If she had lived, Anne’s jumbled up writing would have developed and matured. But at least Anne did become a published writer, and her diary helped to document the people’s lives during the war and has therefore become a relevant historical document in its own right, and it has also caught the imagination of generations of readers. Anne would have been happy about this.

The Gathering

the hathering

 

“People do not change, they are merely revealed.”
Anne Enright, The Gathering

The Gathering is the fourth novel by Irish writer Anne Enright, and the first book I have read of hers. It has been my intention to read more Irish literature and you couldn’t get more stereotypically Irish than this book. Veronica and Liam – two siblings from a Catholic family of 12 children. As Veronica travels from Dublin to Brighton to claim her brothers body she recalls bits and pieces of her childhood with her favourite brother.

It was difficult to churn through Anne Enright’s clunky narrative or even warm to the protagonist Veronica, but I did enjoy reading the parts on Veronica’s thoughts on her marriage. I wonder how important our role is as a mother, just how much are we actually needed and how much of what we do is down to pure laziness from our children. When Veronica’s brother, Liam dies she knows that everything will go on with out her. A family death giving her an automatic ‘hall pass’ from her life, and for a short while she can flee from the suffocating responsibilities of a wife and mother and take some time to gather her thoughts.

“There is something wonderful about a death, how everything shuts down, and all the ways you thought you were vital are not even vaguely important. Your husband can feed the kids, he can work the new oven, he can find the sausages in the fridge, after all. And his important meeting was not important, not in the slightest. And the girls will be picked up from school, and dropped off again in the morning. Your eldest daughter can remember her inhaler, and your youngest will take her gym kit with her, and it is just as you suspected – most of the stuff that you do is just stupid, really stupid, most of the stuff you do is just nagging and whining and picking up for people who are too lazy to love you.”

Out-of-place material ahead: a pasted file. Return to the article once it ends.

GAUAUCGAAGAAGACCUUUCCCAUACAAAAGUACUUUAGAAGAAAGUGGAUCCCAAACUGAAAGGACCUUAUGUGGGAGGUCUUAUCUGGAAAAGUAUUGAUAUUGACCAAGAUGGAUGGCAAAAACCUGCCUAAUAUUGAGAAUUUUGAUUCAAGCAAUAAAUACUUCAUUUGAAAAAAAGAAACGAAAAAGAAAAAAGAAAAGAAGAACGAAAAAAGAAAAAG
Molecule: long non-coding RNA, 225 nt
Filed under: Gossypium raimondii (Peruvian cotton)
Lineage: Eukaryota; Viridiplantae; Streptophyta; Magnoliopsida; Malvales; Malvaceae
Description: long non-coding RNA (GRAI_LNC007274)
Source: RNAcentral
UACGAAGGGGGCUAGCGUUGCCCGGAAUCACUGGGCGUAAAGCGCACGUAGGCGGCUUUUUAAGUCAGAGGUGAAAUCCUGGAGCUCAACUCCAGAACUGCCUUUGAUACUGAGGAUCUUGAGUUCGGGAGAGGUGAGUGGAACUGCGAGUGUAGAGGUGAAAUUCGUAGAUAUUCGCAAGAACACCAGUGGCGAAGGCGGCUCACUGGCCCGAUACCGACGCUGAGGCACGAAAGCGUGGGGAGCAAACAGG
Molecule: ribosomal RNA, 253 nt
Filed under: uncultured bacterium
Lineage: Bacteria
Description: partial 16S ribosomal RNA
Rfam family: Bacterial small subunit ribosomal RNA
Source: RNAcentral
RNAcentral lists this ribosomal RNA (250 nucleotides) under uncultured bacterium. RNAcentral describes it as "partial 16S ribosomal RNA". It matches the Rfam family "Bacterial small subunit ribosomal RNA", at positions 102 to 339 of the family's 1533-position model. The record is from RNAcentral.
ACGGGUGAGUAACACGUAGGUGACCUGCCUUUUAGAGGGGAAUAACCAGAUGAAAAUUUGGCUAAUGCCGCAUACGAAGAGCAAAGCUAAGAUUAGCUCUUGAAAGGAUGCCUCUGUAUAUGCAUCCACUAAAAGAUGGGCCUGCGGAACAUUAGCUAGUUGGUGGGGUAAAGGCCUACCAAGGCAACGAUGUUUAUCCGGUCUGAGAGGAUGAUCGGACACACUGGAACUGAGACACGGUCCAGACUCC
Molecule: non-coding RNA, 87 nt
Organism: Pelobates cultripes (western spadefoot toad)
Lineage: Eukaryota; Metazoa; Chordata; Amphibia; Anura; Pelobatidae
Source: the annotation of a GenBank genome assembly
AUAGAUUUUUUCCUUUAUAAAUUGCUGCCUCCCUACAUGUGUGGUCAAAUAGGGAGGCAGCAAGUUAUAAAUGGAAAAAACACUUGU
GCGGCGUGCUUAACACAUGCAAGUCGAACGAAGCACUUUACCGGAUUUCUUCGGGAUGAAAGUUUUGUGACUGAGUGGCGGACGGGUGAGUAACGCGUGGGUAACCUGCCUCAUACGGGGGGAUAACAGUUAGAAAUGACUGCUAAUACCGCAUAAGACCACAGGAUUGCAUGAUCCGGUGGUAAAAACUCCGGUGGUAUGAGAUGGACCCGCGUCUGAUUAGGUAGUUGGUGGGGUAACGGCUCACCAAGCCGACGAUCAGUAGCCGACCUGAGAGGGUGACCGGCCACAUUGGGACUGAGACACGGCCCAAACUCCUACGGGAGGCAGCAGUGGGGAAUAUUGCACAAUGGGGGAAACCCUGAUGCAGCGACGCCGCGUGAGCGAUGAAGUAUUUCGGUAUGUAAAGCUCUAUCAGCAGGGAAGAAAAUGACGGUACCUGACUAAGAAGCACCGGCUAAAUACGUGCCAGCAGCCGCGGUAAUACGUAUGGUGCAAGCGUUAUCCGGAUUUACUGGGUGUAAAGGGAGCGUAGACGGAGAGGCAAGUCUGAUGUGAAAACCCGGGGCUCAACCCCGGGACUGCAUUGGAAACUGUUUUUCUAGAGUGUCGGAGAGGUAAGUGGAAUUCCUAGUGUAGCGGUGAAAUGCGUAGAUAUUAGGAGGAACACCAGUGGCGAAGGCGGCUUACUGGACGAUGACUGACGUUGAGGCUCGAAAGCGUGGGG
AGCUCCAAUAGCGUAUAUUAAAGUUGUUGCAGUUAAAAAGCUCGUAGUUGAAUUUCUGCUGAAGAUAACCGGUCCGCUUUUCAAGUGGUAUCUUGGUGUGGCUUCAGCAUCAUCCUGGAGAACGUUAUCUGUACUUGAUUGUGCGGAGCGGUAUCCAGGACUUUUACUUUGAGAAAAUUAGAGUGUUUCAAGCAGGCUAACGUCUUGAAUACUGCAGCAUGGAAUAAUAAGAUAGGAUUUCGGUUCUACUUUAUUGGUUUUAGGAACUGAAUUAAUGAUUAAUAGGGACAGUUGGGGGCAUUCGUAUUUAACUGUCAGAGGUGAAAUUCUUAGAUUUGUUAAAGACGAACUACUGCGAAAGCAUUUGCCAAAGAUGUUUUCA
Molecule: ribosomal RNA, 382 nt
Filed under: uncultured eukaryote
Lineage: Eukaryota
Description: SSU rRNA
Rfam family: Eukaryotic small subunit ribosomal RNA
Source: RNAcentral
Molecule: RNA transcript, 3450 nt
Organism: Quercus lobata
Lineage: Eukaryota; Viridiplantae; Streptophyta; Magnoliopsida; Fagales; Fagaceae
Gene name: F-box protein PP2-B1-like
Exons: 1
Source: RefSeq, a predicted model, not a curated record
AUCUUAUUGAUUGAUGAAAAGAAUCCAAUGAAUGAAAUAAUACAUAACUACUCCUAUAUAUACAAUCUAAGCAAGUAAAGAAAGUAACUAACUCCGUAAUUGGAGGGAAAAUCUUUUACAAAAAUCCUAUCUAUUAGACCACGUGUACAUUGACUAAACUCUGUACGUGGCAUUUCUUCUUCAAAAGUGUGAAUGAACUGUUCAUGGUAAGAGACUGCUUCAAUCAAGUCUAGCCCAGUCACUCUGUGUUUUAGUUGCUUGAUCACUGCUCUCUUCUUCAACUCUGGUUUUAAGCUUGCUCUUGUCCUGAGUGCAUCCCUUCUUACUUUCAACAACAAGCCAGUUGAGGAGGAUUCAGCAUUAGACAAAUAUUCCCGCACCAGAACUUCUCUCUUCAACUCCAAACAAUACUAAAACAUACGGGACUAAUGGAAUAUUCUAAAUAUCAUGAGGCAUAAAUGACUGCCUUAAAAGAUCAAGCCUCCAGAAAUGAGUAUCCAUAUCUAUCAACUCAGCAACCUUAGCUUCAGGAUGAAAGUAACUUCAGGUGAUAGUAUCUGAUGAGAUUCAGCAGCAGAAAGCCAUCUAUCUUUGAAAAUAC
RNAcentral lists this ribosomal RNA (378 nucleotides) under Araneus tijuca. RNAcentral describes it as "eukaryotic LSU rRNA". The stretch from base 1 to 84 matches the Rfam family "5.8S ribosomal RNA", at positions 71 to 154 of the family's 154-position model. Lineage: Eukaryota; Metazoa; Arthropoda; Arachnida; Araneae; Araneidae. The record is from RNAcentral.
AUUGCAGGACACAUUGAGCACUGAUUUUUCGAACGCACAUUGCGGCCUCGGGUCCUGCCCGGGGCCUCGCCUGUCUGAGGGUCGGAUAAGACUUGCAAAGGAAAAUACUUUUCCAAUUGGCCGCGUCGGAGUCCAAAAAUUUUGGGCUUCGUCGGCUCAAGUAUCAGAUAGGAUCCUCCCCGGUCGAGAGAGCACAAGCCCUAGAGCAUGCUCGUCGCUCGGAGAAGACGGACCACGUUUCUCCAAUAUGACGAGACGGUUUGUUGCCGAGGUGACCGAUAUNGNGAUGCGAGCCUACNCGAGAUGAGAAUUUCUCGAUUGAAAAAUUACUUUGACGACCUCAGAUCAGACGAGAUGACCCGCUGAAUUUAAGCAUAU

Anne Enright, The Gathering

The Gathering won the 2007 Man Booker Prize and yet I couldn’t wait for the book to end. I am not a reader who normally shy’s away from gritty stoicism in my book choice, so why did I struggle through this book? It may be because the depressing themes pervading the book seemed to have no point and no summarisation at all. The problem is nothing really happens. In the end there is no story. The Gathering is a well written book, but it is a book written for writers rather than readers. Sometimes I think writers forget why they are writing a book, they write to be read after all and a reader wants a good story; to be entertained, thrilled and maybe even appalled a little, but they want a good story and The Gathering just doesn’t deliver.

That is why a book like The Gathering can have such disparate reviews, on one end of the scale are readers who simply enjoy a good story, the way it is written can easily be forgotten if it is a memorable and enjoyable read and on the other end are the high brow readers who pick a book apart for its structure and prose and the idea of an enjoyable plot line becomes lost and largely unimportant in their pursuit for that elusive of all things, ‘the perfect sentence’.